Last Updated on August 30, 2022 by Luke Feldbrugge
Do you feel so overwhelmed with real estate terminology that you wonder how you’ll ever buy a house? Don’t worry; even though you’re busy being a hero, it’s fairly easy to read up and understand one of the confusing terms- Private Mortgage Insurance (PMI). Let’s take a look at private mortgage insurance, and what it means when you’re buying a home.
What is Private Mortgage Insurance?
Private mortgage insurance is a monthly fee that lenders charge borrowers who put down less than 20% of the value of the home. The costs typically amount to between .3 and 1.5% of the original loan amount each year.
Lenders take a risk every time that they loan people money for a home mortgage. Borrowers with little equity in their home are more likely to default on their home loan than people who have built up equity. So, lenders protect themselves when they provide home loans by requiring the borrower to pay for private mortgage insurance. The PMI amount that a lender will charge varies depending on your credit score and your down payment.
Impacts of Credit Score
Your credit score gives a lender a quick way to determine how healthy your credit is. A credit score is calculated by one of the three credit reporting agencies, Experian, Equifax, and TransUnion, by analyzing your credit data. Along with your payment history, the analysis focuses on information regarding your:
- Types of credit and length of credit history
- Percentage of available credit
Credit scores range from 300-850. Lenders reward borrowers with higher score with lower interest rates and PMI premiums.
Down Payment Impact on PMI
You’ll have to pay private mortgage insurance for home loans with less than a 20% down payment. However, the more money you put towards a down payment, the less the PMI will be. For example, if you put 5% down, your PMI will be higher than if you put 8% or 15% down. So, it benefits you to put as much money down as possible.
There are many home loans available for little to no down payment, like FHA or USDA loans. Most of these low down payment loans require the borrower to pay for something similar to private mortgage insurance, called upfront funding fees. So, even if they require less than 20% down payment for the loan, there still is an assurance being paid.
Exceptions with VA Loans
VA Loans are an exception to the 20% down payment rule. VA loans are available for no down payment to eligible borrowers who are current military members or veterans. Because the Government guarantees VA loans, borrowers who put down less than 20% do not need to pay PMI.
With so many lenders and loan options available, make sure that you work with an expert loan specialist who understands your needs in financing a home purchase. Homes for Heroes loan specialists work with home buyers throughout the U.S. to find the best loans for them. Plus, our loan specialists save you money by offering discounted lending fees when you buy or refinance a home.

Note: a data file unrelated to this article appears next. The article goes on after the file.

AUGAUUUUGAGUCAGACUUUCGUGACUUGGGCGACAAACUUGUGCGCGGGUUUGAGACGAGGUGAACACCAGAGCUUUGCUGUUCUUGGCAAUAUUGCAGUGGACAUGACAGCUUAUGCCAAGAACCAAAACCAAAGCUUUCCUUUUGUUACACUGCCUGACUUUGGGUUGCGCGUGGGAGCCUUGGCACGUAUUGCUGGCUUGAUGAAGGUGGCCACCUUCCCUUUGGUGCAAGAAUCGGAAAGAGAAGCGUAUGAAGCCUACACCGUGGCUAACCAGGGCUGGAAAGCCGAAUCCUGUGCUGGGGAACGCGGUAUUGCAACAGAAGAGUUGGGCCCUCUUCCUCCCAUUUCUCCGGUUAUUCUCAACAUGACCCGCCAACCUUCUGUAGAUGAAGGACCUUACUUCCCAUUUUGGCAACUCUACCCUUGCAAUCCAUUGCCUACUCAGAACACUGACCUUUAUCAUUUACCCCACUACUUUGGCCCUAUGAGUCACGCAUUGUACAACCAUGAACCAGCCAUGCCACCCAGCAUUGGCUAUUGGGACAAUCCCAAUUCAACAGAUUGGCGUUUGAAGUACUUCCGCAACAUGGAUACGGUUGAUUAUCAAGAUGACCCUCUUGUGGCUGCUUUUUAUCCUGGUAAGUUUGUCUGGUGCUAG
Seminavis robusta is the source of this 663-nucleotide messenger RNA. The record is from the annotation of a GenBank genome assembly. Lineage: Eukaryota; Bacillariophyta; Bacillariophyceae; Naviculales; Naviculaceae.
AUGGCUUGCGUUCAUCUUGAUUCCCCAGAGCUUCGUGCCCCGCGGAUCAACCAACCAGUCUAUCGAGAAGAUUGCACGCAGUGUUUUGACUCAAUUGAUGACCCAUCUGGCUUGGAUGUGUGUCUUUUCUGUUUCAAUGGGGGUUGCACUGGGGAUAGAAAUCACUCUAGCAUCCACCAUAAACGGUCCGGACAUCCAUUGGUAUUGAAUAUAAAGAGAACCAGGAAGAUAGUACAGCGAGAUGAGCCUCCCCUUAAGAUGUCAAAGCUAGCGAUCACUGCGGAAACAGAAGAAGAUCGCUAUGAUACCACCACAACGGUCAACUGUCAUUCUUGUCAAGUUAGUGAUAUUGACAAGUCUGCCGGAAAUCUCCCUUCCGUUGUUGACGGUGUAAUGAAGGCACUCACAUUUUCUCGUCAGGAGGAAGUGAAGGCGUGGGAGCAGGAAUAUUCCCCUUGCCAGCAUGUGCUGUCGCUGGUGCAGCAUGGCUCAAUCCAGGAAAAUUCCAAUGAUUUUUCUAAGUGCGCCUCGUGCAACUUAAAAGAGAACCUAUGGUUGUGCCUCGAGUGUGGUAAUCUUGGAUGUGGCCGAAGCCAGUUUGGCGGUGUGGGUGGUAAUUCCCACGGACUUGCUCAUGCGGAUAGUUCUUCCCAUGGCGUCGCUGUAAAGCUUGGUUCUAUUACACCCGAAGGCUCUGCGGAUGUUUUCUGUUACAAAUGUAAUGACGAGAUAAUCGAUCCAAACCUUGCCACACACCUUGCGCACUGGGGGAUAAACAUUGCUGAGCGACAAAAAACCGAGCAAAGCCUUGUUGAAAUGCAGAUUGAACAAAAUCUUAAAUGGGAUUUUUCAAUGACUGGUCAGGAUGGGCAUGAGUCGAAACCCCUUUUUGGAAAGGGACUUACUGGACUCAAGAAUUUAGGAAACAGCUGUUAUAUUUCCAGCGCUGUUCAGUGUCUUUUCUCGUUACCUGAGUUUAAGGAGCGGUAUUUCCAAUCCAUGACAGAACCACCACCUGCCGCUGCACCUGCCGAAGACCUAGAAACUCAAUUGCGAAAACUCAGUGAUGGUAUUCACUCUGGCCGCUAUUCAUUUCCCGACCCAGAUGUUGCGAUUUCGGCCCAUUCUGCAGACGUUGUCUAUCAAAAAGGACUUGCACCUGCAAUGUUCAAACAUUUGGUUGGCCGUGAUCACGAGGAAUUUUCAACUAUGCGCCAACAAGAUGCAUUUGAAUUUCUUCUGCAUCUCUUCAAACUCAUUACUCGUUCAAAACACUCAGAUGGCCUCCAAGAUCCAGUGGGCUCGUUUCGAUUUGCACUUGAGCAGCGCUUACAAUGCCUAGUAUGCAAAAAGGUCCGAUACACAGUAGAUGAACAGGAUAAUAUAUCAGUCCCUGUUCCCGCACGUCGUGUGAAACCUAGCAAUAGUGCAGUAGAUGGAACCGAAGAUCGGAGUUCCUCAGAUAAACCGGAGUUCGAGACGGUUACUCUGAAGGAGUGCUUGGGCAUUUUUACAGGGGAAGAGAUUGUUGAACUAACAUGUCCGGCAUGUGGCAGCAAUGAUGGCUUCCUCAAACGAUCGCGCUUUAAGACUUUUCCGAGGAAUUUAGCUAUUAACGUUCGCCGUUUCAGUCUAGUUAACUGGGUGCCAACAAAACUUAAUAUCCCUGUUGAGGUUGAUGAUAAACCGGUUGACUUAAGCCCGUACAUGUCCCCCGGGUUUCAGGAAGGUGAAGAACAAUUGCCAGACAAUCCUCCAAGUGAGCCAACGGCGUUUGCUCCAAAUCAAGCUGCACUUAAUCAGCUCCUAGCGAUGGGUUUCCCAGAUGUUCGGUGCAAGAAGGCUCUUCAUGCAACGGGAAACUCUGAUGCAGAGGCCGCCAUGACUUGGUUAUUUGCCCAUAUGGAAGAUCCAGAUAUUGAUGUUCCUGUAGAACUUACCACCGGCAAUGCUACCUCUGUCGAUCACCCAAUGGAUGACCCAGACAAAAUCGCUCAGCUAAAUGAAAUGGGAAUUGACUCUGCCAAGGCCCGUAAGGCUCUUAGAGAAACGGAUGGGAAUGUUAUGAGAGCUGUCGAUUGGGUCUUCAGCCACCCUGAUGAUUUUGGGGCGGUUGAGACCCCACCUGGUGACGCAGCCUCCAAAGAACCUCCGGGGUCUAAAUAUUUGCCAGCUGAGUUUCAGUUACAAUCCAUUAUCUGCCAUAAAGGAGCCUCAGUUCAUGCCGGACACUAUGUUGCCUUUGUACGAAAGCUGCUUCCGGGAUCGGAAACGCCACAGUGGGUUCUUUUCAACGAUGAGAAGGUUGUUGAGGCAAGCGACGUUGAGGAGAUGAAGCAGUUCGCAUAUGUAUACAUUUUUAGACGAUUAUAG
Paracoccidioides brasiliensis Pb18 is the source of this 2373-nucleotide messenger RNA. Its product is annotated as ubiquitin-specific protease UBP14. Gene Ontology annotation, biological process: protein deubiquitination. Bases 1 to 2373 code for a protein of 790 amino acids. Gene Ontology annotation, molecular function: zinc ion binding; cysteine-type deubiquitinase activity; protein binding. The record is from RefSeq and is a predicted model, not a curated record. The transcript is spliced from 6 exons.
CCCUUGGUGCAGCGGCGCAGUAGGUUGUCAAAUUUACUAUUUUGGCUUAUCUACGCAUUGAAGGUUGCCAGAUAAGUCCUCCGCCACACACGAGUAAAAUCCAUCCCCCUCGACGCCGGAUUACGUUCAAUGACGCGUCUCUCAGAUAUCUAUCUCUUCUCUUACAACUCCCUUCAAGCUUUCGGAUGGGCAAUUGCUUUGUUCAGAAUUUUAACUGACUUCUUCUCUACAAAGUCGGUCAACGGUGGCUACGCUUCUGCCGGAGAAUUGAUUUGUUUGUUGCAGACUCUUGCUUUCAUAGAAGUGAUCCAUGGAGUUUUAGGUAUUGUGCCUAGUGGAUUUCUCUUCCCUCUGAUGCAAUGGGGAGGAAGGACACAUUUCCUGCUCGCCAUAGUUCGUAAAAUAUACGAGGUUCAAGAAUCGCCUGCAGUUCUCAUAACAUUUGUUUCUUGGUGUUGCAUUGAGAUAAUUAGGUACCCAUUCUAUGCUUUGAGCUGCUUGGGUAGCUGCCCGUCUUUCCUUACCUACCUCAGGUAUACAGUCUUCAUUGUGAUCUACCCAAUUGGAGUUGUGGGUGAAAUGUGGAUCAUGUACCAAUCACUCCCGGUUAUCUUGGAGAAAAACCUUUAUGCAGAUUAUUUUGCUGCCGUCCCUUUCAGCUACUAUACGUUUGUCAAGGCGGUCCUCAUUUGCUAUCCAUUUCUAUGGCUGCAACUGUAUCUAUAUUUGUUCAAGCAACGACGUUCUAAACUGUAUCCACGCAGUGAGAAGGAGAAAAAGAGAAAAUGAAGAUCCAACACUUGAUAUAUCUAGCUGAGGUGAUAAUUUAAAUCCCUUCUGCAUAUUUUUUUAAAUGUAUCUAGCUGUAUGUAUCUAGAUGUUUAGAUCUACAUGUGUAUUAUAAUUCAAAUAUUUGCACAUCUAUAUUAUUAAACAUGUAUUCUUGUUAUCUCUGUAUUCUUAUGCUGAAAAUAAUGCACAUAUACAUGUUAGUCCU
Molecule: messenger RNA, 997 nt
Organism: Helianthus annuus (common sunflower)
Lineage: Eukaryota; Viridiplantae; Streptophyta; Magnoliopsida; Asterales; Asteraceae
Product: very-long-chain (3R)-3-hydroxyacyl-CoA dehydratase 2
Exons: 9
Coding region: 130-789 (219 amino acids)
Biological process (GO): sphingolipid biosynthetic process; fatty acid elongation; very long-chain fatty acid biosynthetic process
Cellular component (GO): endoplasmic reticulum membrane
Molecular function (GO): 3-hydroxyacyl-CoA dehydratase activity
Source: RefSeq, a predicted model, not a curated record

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Is Private Mortgage Insurance Permanent?
No, in many cases private mortgage insurance is not a permanent part of your mortgage payment. Therefore, considering PMI is an extra fee on top of your mortgage payment, you’ll want to stop paying it as soon as possible. You can cancel the PMI when the loan to value ratio, or LTV ratio, falls below 80%.
Simply put, the loan to value ratio is the amount of your home loan divided by the value of the home. For example, if the value of a house is $200,000 and the down payment is $10,000 the loan to value ratio is 95%. To cancel the PMI requirement, you’ll need to reduce the 95% to under 80%.
Reduce Loan to Value Ratio
There are two primary ways to reduce the loan to value ratio on your home. The first, and obvious, way is to continue making regular mortgage payments. Paying your mortgage reduces the loan amount, and eventually, you’ll no longer need to pay for private mortgage insurance.
The second way to lower the loan to value ratio is to wait for your home to appreciate. Home appreciation decreases the LTV because the value of the home is higher than when you bought it. To use home appreciation as evidence that the loan amount compared to the value of the home has fallen below 80%, you’ll need to pay for a new home appraisal.
There are many benefits to homeownership, but you shouldn’t allow the lack of a significant down payment deter you from buying a home. SIGN UP today to chat with a Homes for Heroes real estate specialist about the many ways we can help you to buy a house. We’ll connect you to the Homes for Heroes real estate and lending specialists in your area who can find ideal financing options for your home purchase, and advise you on all things PMI.